Asante means thank you in Swahili; for potato farmers in Lushoto, the name refers to a new high yielding potato variety with good market value that is changing their lives each crop season!
Samuel Tendwa, a potato farmer, has cultivated his one and a half acre piece of land for more than 20 years. In a typical year, he would grow cabbages, sweet pepper, mustard, beans and round potatoes. However, with each passing year, Tendwa struggled to earn enough to support his family of seven. He hails from the village of Maringo in Lushoto; a hilly and mostly populated rural district in Northern Tanzania.
Lushoto’s population density is estimated to be over 134 persons per square kilometer. Agriculture is the main source of livelihood for the majority of households. Main crops grown include maize, beans, tomatoes, cassava and potatoes. However, recurrent droughts, prolonged dry spells and variable rainfall patterns have affected household food security. According to a survey conducted in 2011, about 96% of households had more than one food deficit month in a year.
For potato farmers, such as Tendwa, unavailability of good seed tubers of appropriate varieties close to the planting season posed another challenge making it difficult to exploit the two main rainy seasons experienced by the area each year.
In 2013, Tendwa’s life began to change when he received for the first time formal training in integrated potato crop management through a partnership of the International Potato Center (CIP), Horticulture Research Institute (HORTI Tengeru), Selian Agriculture Research Institute (SARI - Arusha) and the District office of Lushoto. This initiative was supported by the CGIAR Research Program on Climate Change, Agriculture and Food Security (CCAFS).
Together with 36 other farmers, they learnt all aspects of the potato value chain, including production, protection, storage and market linkages which spanned three growing seasons. The farmers learnt about the benefits of crop rotation especially in the control of pests and diseases. They also learnt how to incorporate a three-month potato crop into their agricultural systems and keep land productive year-round. In 2014, Tendwa was among 70 other farmers who worked with CIP and partners to evaluate new potato varieties during four consecutive growing seasons in five villages of Lushoto.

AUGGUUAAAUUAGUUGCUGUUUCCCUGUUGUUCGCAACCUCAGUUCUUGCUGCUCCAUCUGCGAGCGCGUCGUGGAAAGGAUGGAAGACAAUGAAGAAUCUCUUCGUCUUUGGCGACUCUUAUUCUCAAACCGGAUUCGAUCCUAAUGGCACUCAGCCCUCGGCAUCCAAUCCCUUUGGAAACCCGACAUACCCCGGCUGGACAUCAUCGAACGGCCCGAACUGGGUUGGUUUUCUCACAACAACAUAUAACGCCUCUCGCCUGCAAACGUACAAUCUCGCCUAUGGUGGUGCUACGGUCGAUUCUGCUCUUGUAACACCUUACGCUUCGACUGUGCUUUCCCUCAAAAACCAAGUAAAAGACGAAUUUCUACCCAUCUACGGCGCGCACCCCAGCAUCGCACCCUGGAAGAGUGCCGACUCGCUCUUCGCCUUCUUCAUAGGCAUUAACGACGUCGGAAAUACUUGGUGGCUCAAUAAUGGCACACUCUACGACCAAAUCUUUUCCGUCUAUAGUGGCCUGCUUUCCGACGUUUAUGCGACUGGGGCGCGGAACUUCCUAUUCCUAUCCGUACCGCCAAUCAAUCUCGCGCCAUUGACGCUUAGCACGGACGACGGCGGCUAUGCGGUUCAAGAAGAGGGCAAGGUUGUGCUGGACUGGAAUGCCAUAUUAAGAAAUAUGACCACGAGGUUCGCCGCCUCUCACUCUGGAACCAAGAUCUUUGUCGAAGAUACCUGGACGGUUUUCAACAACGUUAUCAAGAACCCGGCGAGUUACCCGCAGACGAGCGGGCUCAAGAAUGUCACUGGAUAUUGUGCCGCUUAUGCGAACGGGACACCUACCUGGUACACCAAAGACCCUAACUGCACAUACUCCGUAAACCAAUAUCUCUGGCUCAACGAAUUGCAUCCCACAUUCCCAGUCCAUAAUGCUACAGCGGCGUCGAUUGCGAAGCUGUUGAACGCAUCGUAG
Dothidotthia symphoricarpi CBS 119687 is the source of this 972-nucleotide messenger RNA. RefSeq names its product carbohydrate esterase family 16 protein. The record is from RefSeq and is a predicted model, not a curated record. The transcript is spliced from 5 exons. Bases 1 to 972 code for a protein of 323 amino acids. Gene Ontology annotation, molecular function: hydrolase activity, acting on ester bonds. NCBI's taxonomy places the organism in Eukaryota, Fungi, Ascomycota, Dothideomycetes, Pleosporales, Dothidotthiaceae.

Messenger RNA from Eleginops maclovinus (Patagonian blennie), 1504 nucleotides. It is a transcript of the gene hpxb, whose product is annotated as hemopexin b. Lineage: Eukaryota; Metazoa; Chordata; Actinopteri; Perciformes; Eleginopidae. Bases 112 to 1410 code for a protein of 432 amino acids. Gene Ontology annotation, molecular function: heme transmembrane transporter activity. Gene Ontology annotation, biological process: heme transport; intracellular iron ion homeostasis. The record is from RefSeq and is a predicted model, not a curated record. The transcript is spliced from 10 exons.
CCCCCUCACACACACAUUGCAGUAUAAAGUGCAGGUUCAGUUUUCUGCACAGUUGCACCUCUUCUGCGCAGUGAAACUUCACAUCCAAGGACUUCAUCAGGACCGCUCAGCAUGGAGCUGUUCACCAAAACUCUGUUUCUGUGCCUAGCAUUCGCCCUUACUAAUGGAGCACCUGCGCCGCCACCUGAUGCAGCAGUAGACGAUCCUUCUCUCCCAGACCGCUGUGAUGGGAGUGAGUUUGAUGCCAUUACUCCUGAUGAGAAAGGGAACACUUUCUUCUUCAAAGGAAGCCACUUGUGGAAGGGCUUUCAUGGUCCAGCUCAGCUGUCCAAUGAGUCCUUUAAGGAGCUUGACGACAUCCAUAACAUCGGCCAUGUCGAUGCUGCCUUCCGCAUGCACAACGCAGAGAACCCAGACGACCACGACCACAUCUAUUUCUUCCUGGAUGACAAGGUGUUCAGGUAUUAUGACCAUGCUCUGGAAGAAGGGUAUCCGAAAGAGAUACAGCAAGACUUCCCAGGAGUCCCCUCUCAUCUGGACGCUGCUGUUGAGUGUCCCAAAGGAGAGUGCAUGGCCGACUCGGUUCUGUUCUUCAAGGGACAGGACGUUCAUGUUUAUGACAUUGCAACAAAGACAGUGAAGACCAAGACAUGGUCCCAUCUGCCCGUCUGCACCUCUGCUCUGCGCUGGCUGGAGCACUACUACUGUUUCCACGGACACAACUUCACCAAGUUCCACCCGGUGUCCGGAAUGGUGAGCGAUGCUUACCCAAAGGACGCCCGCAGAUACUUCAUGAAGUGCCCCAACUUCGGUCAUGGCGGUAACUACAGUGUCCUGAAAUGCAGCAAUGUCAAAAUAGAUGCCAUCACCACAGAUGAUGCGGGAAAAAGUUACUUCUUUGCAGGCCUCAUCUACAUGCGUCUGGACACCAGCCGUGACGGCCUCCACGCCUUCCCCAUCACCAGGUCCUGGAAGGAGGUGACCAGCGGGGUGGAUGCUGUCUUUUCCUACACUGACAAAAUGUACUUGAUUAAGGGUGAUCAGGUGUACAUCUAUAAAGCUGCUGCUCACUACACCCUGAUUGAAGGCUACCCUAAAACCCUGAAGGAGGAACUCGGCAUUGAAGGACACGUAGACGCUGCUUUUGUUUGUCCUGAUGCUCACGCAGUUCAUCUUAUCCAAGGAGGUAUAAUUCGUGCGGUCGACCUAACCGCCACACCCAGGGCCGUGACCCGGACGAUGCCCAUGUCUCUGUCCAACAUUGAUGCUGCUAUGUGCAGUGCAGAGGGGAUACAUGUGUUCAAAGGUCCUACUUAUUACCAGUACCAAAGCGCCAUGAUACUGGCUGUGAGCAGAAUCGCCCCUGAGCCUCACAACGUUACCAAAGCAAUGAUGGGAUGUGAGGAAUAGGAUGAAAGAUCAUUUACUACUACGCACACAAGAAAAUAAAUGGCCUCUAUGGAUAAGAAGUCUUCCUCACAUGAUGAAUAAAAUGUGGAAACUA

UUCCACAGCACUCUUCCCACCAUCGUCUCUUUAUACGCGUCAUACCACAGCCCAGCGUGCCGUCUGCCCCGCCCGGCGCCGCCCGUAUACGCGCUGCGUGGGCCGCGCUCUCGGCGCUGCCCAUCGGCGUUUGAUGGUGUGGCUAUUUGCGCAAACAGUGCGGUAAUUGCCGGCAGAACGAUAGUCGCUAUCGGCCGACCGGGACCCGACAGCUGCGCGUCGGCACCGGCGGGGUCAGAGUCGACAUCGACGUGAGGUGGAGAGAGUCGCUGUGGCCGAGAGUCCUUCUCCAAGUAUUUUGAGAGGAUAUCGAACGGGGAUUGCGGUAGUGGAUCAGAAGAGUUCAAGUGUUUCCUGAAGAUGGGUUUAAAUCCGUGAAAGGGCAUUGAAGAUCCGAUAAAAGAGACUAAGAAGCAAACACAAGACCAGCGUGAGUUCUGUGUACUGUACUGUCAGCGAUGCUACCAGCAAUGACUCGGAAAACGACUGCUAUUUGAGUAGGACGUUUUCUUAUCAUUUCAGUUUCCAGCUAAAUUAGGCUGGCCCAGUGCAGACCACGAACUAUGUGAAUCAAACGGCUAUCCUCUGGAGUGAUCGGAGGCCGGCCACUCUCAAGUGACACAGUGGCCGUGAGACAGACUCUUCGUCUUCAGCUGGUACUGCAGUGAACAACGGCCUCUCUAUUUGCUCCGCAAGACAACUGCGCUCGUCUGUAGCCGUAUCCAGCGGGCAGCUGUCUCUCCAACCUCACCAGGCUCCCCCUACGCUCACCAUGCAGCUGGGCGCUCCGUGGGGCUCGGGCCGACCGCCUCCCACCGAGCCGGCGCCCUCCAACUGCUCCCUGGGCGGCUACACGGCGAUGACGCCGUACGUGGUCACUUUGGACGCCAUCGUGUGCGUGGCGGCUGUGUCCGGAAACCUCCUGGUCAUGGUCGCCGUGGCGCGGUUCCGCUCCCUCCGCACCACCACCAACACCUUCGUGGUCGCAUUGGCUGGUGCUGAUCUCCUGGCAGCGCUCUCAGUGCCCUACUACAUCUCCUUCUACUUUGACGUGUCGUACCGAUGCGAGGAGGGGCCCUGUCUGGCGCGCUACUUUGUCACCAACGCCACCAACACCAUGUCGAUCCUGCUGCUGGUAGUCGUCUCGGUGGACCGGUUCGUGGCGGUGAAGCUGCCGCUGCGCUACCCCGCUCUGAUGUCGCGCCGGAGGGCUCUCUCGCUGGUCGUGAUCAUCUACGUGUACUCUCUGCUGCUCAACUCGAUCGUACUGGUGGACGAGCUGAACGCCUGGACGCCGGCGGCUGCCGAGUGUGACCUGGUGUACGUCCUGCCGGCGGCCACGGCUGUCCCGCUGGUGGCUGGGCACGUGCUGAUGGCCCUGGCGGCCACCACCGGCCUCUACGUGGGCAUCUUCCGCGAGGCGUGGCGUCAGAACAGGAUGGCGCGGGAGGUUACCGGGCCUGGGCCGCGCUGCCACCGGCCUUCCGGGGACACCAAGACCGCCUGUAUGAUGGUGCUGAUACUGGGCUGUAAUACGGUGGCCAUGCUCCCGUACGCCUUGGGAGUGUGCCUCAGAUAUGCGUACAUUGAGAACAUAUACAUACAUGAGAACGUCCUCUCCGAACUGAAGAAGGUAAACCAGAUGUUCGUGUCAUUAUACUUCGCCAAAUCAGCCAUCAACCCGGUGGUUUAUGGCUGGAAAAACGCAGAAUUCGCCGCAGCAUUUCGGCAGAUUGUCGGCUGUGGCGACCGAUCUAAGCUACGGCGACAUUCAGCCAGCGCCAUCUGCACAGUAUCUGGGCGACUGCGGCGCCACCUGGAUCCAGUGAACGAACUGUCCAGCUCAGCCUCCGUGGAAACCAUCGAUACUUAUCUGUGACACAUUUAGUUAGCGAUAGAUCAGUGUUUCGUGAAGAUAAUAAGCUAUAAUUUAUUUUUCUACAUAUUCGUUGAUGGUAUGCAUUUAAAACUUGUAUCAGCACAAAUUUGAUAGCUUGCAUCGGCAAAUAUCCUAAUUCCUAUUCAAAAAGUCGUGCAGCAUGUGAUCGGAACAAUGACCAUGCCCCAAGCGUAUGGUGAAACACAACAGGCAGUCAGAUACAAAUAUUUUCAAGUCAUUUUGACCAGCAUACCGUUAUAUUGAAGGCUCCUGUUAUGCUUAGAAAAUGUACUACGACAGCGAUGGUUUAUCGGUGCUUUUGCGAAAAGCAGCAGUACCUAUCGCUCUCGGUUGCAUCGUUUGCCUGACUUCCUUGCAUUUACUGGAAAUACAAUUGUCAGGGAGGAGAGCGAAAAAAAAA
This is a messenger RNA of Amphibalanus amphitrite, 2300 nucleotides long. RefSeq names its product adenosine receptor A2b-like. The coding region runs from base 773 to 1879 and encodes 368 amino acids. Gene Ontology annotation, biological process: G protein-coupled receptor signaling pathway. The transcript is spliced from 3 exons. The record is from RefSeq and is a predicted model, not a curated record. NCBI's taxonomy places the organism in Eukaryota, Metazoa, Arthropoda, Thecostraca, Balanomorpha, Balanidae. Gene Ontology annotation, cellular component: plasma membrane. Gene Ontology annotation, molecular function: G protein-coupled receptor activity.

Asante potatoes in a seed bank in Lushoto. Photo: S. Quinn (CIP)
In the 2014 short rainy season Tendwa and nine other farmers from his village each received one 80 kilogram bag of clean potato seed variety called Asante. With newly acquired knowledge and skills in seed potato production techniques, he planted the new seed and harvested 13 bags. He sold ten as seed receiving more than 100,000 Tanzanian shillings (TSh) per bag (around USD50) giving him his first-ever on-farm profit. The remainder was kept as seed for the subsequent planting season.
Seeing the increase in production, Tendwa decided to triple his investment in 2015 by planting three bags of Asante seed. At harvest he was happily surprised to count 47 bags. He then sold 43 bags as seed tubers at 120,000 TSh (approximately 60 USD) per bag, earning over 5 million TSh (approximately 2500 USD).
“I never knew I could receive substantial income from farming,” he said. “Asante is a completely new potato variety in our area, and with the help of these researchers, I have learned to produce high-quality potato for seed and consumption. This has given me hope, success and new status in my village,” said Tendwa, who is constructing a modern house with improved sanitation facilities for his family. Seeing his success, five of his relatives are following in his footsteps; producing quality potato seed with an aim to improve their lives.
Samuel Tendwa together with his wife. He is constructing a new house (left) from his potato enterprise. Photo: D. Harahagazwe (CIP)
Wider acceptance of high yielding varieties
In March 2016, Tendwa and other farmers in Lushoto proposed to name two other high yielding potato seed trial materials from CIP. These were tested during four growing seasons in late 2013 and early 2016. The material CIP398208.29 was baptized MVONO, due to its high yielding ability in terms of number and size of tubers and material CIP392797.22 was named MKANANO, meaning highly competitive due to its high yielding ability and red skin color which is mostly preferred at local markets and big cities like Dar es Salaam and Arusha in Tanzania.
Formal release of MVONO and MKANANO has begun.
Consultations regarding the naming of newly tested high yielding potato materials. Photo: D. Harahagazwe (CIP)
- Learn more about participatory action research activities in Lushoto: Climate-smart villages and progress in achieving household food security in Lushoto, Tanzania